He gave to his enemies.
Saul was after David. He felt threatened by David, but Saul is eventually mortally wounded. David becomes king. He establishes his kingdom, and gives us a striking picture of salvation by grace and true friendship.
Meet Mephibosheth. We do not know much about him. He was the son of Jonathan and grandson of Saul. This would have put him in line for the throne, so when Saul was killed, Mephibosheth’s family feared for his safety.
In those days, one of the first acts of a new king was to eliminate any threat from the previous king’s family, so Saul’s family was obviously in a hurry to hide.
2 Samuel 4:4 records, “Saul’s son Jonathan had a son named Mephibosheth, who was crippled as a child. He was 5-years-old when the report came from Jezrell that Saul and Jonathan had been killed in battle. When the child’s nurse heard the news, she picked him up and fled, but as she hurried away, she dropped him and he became crippled.”
David did not have any plans to follow tradition of killing the previous king’s family; however, Saul’s family had no way of knowing David’s plans. They hurried, dropping the boy and causing permanent damage to his feet.
For nearly two decades, Mephibosheth lived in a distant land. He was afraid of David, and he was unable to help himself. That is, until grace entered the picture.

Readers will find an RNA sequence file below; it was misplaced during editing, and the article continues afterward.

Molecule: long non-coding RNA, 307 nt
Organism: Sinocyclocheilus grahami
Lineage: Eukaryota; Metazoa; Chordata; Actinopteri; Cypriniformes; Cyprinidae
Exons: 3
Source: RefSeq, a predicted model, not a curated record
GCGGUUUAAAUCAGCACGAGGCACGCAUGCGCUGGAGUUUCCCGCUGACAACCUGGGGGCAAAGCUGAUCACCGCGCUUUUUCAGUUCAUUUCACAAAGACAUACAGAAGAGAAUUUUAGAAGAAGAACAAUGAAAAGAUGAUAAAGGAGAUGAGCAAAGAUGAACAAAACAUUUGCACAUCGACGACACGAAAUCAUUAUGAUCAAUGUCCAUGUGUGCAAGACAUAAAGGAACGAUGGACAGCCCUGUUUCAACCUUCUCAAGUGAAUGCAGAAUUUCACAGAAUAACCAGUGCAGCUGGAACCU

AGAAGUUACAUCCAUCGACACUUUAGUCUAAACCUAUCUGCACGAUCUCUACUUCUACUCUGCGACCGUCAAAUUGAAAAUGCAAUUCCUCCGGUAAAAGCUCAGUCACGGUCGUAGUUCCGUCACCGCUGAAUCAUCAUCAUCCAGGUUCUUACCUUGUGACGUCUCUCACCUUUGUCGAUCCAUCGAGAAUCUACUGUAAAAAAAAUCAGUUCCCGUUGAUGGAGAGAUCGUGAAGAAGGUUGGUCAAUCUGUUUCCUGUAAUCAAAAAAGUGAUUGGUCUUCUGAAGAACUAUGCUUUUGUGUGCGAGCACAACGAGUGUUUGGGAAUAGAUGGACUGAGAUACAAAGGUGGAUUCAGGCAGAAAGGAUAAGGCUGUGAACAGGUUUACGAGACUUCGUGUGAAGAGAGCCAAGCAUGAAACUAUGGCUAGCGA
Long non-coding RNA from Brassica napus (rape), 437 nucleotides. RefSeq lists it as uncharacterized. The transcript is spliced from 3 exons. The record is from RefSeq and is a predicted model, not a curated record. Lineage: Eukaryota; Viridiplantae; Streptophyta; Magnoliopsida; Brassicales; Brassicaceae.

David remembered his promise to Jonathan, and fulfilled it through Mephibosheth. David invited Mephibosheth to eat at the king’s table; this was a great honor. David gave Mephibosheth servants and land. In short, David took care of Mephibosheth’s needs.
There are some paralleles between Mephibosheth’s story and our story. We too had needs which were unmet, and we were unable to help ourselves. God, in his grace through Christ, invited us to his table. He offered us salvation to meet our needs.
Romans 5:6 says, “When we were utterly helpless, Christ came at just the right time and died for us sinners.”
In many ways, we are also like David. During the course of our lives, we will come into contact with people who have needs. The Lord may use us to meet those needs. When we are tasked with meeting those needs, may we respond with the same grace we have been shown.